I don't see AVG involved in any wrongdoing here. Yes, it sounds like they are duplicating a feature the phone already has, but how many people don't even know about it? It's unnecessary, but it doesn't sound shifty to me.

Skwerl said,
I don't see AVG involved in any wrongdoing here. Yes, it sounds like they are duplicating a feature the phone already has, but how many people don't even know about it? It's unnecessary, but it doesn't sound shifty to me.

That may be true but how is a person to know where to go when their phone is lost? Use their app? Well their phone is lost, app doesn't do anything. I'm guessing, using their website? I don't see where to go to find my phone (as only Android is the only OS that it shows to have a "help" type of page for). So what's the point in the feature if a person can't easily access information on their lost phone? That's why it looks shifty.

Zedox said,

That may be true but how is a person to know where to go when their phone is lost? Use their app? Well their phone is lost, app doesn't do anything. I'm guessing, using their website? I don't see where to go to find my phone (as only Android is the only OS that it shows to have a "help" type of page for). So what's the point in the feature if a person can't easily access information on their lost phone? That's why it looks shifty.


+1. Because it wasn't being collected for this purpose is my bet.

It's called anti-VIRUS. They already collect network activity and your smartphone's IP address with their insanely useless application (WP7 doesn't allow real-time cross-application packet inspection, communication, and interruption), so there is absolutely ZERO legitimate reason to collect your GPS location besides shifty marketing purposes. Even with ads, the location-sharing is between the smartphone and the ad servers -- not the AV app that may be concurrently running.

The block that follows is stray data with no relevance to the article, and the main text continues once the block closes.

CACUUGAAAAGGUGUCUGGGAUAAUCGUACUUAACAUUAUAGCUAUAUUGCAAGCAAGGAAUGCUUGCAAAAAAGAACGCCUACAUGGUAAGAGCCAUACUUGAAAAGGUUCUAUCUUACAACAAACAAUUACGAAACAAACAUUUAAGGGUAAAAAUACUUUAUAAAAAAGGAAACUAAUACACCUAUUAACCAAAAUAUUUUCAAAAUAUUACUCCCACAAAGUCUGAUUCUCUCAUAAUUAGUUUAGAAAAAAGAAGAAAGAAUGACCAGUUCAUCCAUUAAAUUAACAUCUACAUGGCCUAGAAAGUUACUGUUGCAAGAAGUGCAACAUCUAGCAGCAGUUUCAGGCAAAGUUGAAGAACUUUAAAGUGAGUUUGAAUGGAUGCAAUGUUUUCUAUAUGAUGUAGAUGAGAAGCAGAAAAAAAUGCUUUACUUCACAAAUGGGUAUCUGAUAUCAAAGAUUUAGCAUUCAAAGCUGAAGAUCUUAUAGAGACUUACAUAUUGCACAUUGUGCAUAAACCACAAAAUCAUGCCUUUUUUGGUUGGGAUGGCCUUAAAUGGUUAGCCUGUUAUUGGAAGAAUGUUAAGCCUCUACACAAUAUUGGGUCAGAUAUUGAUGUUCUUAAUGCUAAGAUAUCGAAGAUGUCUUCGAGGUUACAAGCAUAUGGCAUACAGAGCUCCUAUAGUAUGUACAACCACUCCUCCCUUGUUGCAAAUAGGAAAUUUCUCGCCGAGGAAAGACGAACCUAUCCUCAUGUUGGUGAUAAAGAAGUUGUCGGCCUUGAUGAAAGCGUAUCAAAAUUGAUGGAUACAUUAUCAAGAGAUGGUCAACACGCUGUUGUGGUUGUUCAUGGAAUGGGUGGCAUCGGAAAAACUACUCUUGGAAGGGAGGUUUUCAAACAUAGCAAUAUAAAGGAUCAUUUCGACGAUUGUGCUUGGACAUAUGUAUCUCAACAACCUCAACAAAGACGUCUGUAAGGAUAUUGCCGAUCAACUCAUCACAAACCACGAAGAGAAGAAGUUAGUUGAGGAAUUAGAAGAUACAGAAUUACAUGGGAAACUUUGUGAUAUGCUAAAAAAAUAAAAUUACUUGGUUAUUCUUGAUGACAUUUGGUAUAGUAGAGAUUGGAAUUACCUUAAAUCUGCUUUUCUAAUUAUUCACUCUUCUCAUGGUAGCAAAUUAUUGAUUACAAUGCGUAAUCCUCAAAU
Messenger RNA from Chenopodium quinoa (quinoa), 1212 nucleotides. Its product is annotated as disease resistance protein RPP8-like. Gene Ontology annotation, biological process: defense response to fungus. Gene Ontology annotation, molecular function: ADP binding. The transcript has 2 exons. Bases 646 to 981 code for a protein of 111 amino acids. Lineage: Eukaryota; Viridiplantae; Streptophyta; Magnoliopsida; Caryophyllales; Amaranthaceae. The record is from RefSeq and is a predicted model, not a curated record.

I say DQ the app and financially penalize AVG for trying to set the stage for an extremely shifty legal challenge against MSFT for their supposed "closed, proprietary" mobile OS which would, of course, somehow be anticompetitive and monopolistic. (Urgh, AVG, you are so damn predictable it's not even funny how you're trying to set the stage for a lawsuit against MSFT.)

Yeah... where do you go to use this "lost phone" feature? And how does this app prevent phishing attacks? Looks like it does absolutely nothing.

wixostrix said,
I didn't see any indication of a feature that would let you locate your lost phone.

Not only that, but such a feature is already implemented on the phone itself

it's a load of bull, and why is neowin reposting news like crazy these day....???

anyway...."it said that while it does collect location data via the app, it adds that the feature "allows a user to locate a phone in case it is lost or stolen"

the facking feature is build into the fone, just facking die avg

flexkeyboard said,
it's a load of bull, and why is neowin reposting news like crazy these day....???

anyway...."it said that while it does collect location data via the app, it adds that the feature "allows a user to locate a phone in case it is lost or stolen"

the facking feature is build into the fone, just facking die avg


+1. Why develop a feature that is built into the OS? It's very fishy...